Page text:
The most substantial potential boost to spending comes from a temporary reduction of the payroll tax, lowering the rate paid by employees on income up to about $100,000 from 6.2 per cent to 4.2 per cent. But, while the decline in tax payments will be about 0.8 per cent of GDP, it is not clear how much of this will translate into additional consumer spending and how much into additional saving. Because this tax cut will take the form of lower withholding from weekly or monthly wages, it may seem more permanent than it really is, and therefore has a greater impact on spending than households’ very feeble response to the previous temporary tax changes.
Feldstein attempts a free-finesse with “it may seem more permanent than it really is.” This is like playing the seven to the Queen when you’re only other holding is 10-x and expecting it to work.
It’s six months later. The crowd jewel of BarryO’s deficit-saving agreement, per Feldstein, was a low-impact change that was mostly (if my paycheck is any indication) neutralized by other factors (such as increases in health insurance costs). So the payroll cut is going to UHC or Aetna, or BCBS, or some other place where the money multiplier will be significantly less than one.
Even more interesting is that, just three paragraphs before, Feldstein understood that workers are still engaged in balance-sheet repair, and the likely consequences of same:
Even for those taxpayers who had feared a tax increase in 2011 and 2012, it is not clear how much the lower tax payments will actually boost consumer spending. The previous temporary tax cuts in 2008 and 2009 appear to have gone largely into saving and debt reduction rather than increased spending.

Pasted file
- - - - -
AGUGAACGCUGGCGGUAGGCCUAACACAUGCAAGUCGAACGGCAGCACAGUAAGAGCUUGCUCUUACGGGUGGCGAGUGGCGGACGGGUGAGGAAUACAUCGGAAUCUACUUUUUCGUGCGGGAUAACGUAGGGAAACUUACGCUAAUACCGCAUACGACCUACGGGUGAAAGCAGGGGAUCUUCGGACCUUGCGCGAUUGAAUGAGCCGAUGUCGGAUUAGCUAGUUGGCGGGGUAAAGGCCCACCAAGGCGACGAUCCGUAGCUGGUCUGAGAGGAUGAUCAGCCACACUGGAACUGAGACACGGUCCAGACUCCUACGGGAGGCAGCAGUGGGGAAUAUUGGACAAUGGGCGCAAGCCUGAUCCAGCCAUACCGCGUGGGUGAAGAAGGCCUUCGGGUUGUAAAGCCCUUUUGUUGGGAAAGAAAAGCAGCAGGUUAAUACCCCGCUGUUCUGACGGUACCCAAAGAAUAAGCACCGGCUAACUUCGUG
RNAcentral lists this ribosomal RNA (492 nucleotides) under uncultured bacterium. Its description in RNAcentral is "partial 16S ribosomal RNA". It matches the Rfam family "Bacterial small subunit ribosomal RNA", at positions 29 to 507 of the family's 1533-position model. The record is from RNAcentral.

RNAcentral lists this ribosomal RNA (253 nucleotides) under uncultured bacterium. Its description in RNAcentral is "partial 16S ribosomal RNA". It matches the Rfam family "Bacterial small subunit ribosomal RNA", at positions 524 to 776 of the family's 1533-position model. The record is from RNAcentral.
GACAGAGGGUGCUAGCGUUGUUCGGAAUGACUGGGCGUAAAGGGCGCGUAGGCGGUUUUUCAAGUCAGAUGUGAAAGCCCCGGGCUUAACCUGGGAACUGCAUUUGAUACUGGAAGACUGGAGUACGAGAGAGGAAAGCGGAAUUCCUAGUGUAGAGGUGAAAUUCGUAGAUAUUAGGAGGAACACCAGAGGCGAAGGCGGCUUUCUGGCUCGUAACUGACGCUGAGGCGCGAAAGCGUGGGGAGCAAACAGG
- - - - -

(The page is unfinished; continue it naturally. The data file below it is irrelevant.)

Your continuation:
It is surprising, therefore, that forecasters raised their GDP growth forecasts for 2011 significantly on the basis of the tax agreement.
But Feldstein did see some good in the greater tax deal—it would temper deficit fears:
Obama wanted to continue the 2010 tax rates permanently for all taxpayers except those with annual incomes over $250,000….By agreeing to limit the current tax rates for just two years, the tax package reduces the projected national debt at the end of the decade (relative to what it would have been with the Obama Budget) by some $2 trillion or nearly 10 per cent of GDP in 2020.
That reduction in potential deficits and debt can by itself give a boost to the economy in 2011 by calming fears that an exploding national debt would eventually force the Federal Reserve to raise interest rates — perhaps sharply if foreign buyers of US Treasuries suddenly became frightened by the deficit prospects.
There can be only one remaining question:
When will Martin Feldstein endorse Jon Hunstman for President?